• They definitely do need those skills! When I taught elementary school, I spent a good number of hours teaching them how to do just that. In middle school, it’s harder to find the time since I have 7 periods, 45 minutes each, so I find myself pulling students to eat lunch with me to help when I can.

    • Sometimes it’s a damn hard thing to do, and I think the key is humility. But most of us have too much pride to humble ourselves, including myself, and it’s something I work on daily. Thank God he give us new mercies every morning . . . if only we could do the same for each other.

  5. Seconded! They direction society has been going for a long time has me worried, and it doesn’t help that media and leaders have hopped off the moral bandwagon. If only we lived in a day and age where people considered others first, or at all.

    • The media is definitely a HUGE part of this problem. I don’t understand why this society is so obsessed with not only following celebrities every move, but then mocking whatever they’re doing, too. Not great role models for our youth.

  6. This was such an interesting class assignment! There’s a big difference between standing up for your rights, and fighting for them. It’s great that you’re having these discussions with your students, and hopefully they’ll understand your reasoning. Great idea for a bloghop. I’m not sure if I’ll be able to participate, but I’ll definitely tune in.

  7. Congrats on the release! I definitely think we need to steer the young away from anger and violence as a solution to problems when you look at all the attacks and atrocities happening on a daily basis.

    • Yes, and this isn’t just ‘go stand up for yourself’ type of thing. It goes way beyond that . . . I’m convinced if every parent just read a book to their child every day, we’d have hardly any problems at all with getting along. So many great life lessons in books!!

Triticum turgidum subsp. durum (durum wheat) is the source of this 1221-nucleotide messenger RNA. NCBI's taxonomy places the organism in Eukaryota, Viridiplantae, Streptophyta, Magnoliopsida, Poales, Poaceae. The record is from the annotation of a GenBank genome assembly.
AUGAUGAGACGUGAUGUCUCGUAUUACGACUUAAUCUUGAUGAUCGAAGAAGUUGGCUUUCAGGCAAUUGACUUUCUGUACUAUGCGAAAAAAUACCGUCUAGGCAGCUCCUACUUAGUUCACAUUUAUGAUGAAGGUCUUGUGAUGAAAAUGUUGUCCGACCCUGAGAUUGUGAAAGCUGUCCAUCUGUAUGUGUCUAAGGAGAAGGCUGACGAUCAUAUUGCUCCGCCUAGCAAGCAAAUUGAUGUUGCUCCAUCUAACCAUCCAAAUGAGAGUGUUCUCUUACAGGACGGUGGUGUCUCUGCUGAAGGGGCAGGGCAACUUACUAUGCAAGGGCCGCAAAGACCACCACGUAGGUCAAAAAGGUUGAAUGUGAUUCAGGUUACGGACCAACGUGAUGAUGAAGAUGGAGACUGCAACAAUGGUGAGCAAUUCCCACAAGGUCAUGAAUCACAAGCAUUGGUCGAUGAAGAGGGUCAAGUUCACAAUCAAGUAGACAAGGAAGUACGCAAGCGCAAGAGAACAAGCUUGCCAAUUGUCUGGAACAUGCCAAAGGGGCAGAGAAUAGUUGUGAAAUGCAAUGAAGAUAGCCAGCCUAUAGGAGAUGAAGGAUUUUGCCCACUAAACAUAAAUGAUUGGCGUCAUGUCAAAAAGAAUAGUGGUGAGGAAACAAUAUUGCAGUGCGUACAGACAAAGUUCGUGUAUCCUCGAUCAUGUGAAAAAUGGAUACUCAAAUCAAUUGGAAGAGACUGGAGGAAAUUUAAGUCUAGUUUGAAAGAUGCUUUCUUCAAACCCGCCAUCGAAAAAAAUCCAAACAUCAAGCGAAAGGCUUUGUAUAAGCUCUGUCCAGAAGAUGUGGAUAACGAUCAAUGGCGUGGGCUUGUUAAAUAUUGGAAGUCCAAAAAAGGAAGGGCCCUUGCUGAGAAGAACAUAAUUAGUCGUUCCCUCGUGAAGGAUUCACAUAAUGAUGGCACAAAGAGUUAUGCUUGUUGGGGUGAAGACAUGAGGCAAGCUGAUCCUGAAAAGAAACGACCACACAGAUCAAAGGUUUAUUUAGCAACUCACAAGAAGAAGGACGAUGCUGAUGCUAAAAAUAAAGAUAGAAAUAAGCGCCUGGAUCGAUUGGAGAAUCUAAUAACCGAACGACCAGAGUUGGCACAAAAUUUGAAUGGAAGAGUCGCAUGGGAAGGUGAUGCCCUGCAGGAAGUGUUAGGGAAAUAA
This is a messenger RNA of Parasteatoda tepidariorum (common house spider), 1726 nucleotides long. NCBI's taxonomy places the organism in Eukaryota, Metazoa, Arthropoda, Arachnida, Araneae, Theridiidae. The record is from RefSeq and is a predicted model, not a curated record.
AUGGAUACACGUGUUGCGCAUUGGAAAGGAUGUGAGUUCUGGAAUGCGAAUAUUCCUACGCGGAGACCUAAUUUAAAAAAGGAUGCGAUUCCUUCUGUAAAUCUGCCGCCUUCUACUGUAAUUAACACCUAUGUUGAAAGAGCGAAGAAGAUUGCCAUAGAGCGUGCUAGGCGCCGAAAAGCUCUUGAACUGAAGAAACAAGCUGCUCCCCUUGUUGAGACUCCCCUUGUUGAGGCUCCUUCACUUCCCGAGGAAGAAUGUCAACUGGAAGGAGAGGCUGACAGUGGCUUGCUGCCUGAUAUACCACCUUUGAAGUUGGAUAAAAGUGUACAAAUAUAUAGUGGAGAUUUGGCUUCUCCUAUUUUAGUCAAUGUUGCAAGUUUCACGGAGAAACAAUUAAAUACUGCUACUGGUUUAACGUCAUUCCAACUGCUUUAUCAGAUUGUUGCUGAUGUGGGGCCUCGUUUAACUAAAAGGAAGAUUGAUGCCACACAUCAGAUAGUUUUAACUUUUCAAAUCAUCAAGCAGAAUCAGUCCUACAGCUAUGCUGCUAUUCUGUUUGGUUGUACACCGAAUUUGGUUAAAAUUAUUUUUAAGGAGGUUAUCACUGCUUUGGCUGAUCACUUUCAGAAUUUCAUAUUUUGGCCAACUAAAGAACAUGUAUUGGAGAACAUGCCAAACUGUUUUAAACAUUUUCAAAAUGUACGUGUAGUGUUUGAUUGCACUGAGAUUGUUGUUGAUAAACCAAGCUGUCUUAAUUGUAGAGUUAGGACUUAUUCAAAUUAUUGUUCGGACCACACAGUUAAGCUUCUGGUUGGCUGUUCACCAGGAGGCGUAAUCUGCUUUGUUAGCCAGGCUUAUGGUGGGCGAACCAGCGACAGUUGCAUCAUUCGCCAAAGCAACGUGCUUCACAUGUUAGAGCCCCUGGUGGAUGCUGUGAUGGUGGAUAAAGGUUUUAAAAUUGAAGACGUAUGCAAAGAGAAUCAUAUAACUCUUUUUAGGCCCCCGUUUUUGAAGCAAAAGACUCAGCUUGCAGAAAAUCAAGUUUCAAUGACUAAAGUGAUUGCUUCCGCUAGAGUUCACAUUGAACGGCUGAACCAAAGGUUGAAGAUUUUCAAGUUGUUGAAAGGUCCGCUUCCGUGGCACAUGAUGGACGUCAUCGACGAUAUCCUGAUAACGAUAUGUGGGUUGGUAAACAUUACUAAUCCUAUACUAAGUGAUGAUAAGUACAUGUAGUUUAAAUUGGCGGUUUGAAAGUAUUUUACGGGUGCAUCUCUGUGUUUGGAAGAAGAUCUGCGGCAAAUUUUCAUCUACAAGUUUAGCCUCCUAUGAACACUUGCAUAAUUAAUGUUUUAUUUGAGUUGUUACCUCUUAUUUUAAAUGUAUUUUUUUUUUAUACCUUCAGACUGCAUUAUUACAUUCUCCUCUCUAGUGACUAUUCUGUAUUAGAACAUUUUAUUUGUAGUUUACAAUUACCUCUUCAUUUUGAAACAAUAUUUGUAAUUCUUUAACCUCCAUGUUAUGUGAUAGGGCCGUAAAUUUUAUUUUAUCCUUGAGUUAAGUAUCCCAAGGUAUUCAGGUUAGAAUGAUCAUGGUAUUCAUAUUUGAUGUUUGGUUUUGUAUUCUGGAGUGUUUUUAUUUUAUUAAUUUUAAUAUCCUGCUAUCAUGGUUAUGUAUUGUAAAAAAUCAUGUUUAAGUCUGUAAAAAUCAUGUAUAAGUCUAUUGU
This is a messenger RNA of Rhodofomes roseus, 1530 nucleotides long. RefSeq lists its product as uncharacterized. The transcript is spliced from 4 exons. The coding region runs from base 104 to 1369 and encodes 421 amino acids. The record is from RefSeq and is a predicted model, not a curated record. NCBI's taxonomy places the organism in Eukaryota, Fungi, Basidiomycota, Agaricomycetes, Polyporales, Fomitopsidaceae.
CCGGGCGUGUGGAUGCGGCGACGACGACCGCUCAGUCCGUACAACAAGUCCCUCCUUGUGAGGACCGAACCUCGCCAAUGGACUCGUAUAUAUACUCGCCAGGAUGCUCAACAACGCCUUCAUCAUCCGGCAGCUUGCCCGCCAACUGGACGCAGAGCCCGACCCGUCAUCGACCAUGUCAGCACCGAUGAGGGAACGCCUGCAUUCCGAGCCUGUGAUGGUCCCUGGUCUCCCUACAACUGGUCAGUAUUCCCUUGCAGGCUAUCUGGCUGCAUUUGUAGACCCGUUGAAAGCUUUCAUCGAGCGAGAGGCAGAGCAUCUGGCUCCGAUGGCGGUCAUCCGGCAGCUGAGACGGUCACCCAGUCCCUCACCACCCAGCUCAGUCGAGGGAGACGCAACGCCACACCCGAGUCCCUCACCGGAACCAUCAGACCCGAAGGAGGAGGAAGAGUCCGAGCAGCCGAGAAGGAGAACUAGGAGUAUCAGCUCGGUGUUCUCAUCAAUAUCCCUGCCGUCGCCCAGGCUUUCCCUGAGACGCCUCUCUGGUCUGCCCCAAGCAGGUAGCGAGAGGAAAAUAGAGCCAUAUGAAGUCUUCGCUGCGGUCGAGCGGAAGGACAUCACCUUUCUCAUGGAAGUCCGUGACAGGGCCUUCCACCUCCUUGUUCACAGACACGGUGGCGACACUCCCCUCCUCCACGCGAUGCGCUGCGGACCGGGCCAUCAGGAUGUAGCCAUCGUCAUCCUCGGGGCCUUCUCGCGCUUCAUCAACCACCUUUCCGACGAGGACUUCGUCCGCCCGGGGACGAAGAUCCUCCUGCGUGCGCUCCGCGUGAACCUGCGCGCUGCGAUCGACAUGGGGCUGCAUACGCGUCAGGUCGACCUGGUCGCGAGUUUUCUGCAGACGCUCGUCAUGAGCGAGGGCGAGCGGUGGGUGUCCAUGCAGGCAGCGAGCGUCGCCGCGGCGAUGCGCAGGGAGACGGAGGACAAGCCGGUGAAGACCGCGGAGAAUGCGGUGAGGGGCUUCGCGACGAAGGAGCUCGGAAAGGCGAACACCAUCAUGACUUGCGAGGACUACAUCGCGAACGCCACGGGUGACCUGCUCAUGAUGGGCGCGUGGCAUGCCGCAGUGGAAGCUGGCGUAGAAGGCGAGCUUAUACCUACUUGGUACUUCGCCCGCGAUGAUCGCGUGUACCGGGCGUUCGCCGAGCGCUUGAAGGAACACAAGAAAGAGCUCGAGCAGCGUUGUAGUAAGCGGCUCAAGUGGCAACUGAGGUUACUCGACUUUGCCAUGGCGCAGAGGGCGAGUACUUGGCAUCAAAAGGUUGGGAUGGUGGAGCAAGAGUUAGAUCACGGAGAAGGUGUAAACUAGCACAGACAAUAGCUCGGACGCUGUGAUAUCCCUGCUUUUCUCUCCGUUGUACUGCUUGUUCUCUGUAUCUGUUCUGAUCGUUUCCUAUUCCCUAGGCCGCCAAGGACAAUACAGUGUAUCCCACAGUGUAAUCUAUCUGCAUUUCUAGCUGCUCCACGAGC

8. I love this thought! We all get angry, but resorting to cruelty doesn’t get to the root of our problems. Thinking things through together tends to produce far better results. What a great classroom exercise!

    • Thank you! We don’t have to honor other people’s words, but we do need to honor that person as someone who has value. I tell my students that says way more about their character than the character of the other person.

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  10. I do agree that it’s better to respect each other even when (especially when) we disagree, because I don’t think we can solve anything or make things better by saying “I’m right and you’re wrong” all the time. I do wish it was that easy, though, to simply accept that not everyone agrees with me, and to remind myself that just because I think something, that doesn’t make it objectively right. I think I’m getting better at it, and I’ve learned to recognize when I’m thinking that way so I can stop myself. Oi.

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  12. Love they neighbor? Even when thy neighbor is a smelly, loud, a-hole? Hmmm the cats may disagree and run under the bed lol

    If we all take a moment and think our opinion may be wrong, it could make things a lot better in most cases.

  13. I’ve seen your book and your hop on a number of blogs this week, and I’ve really enjoyed reading about people’s ideas/beliefs. It tells me a bit about the person themselves. Yours tells me you’re an idealist at heart. (I could be wrong though! lol) Wishing you much success on your new release! Have a great weekend! 🙂